Thou art the God that doest wonders: thou hast declared thy strength among the people. - Psalm 77:14
I love Psalm 77. It is an honest look at a bad day (or stretch of days) for the Christian. But more than that, it is a beautiful picture of what this entire study on the titles of God is all about. It is about choosing to focus on God instead of the problem. In it, we see the psalmist drastically shift his perspective.
In verses one through nine, Asaph pours out his heartache. He whines. He complains. He even confesses that he's complaining. He holds nothing back. The pity party has officially begun. But look at what happens in verses ten through twelve:
And I said, This is my infirmity: but I will remember the years of the right hand of the most High. I will remember the works of the Lord: surely I will remember thy wonders of old. I will meditate also of all thy work, and talk of thy doings.
It's as if Asaph flipped some mental switch, and suddenly he said, "This is my problem, but rather than focusing on it, I will remember Who God is and what He's done. I will meditate on Him and His wondrous works." That's exactly why I wanted to do this study! When difficult situations arise, I want to do just as Asaph did. I long to say, "Yes, things look dim, but I know God is my refuge, my strength, my fortress, my hope and on and on." I want to focus on God instead of the problem.
In the remainder of the chapter, the psalmist spells out some of the wonders God had performed. In essence, he was taking himself through a mental checklist of what God was capable of doing. He was reminding himself of God's power and faithfulness, and we can do the same. When we're staring down a boulder-sized problem, we can remember that God moves mountains. When facing a sea of doubt or indecision, we can hold fast to the truth that God parts waters, calms waters and even walks on water. Whatever the situation, there's a miracle in the Bible that displays God's power to overcome it. Sickness? No big deal. Heartache? He's got this. Hunger? He's the Bread of Life. Death? Yep, He has even defeated that foe. There is nothing He cannot do. No mountain is too big; no problem is too small. He is the God that does wonders.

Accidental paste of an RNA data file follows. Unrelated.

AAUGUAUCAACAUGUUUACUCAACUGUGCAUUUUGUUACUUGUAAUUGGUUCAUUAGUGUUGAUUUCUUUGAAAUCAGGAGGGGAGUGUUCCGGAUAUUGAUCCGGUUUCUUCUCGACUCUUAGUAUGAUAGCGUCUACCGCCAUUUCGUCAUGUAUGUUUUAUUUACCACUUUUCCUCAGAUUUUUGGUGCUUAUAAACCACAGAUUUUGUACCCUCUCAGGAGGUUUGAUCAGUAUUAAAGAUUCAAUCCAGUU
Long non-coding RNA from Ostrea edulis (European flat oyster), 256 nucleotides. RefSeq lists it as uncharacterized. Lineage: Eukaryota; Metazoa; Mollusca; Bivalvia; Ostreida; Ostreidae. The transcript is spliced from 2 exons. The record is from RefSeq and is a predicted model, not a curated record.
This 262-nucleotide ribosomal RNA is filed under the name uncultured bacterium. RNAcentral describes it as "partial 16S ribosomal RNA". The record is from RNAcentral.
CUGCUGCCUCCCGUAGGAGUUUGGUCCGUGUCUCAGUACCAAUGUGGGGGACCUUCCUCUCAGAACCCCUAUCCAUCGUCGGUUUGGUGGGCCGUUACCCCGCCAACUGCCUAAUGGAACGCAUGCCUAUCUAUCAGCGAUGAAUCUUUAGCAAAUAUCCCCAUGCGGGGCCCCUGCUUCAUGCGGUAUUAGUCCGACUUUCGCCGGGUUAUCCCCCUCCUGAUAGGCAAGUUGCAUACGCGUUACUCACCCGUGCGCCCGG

Notice the present tense in that verse. The psalmist didn't say, "You are the God who did wonders" or "You are the God who used to do wonders." No, he boldly declared, "You are the God who does wonders." Miracles are not a thing of the past. They were not reserved for those who lived in Biblical times. Miracles occur every day. Often, we're simply too focused on our problems to notice them. But make no mistake, God is still working miracles. He did back then. He does today. And He will continue to perform mighty works in the future. Cling to that truth when your situation seems impossible, for God specializes in impossible things.
For an in-depth look at some of the miracles of the New Testament,
I encourage you to check out my book,
He's Still Working Miracles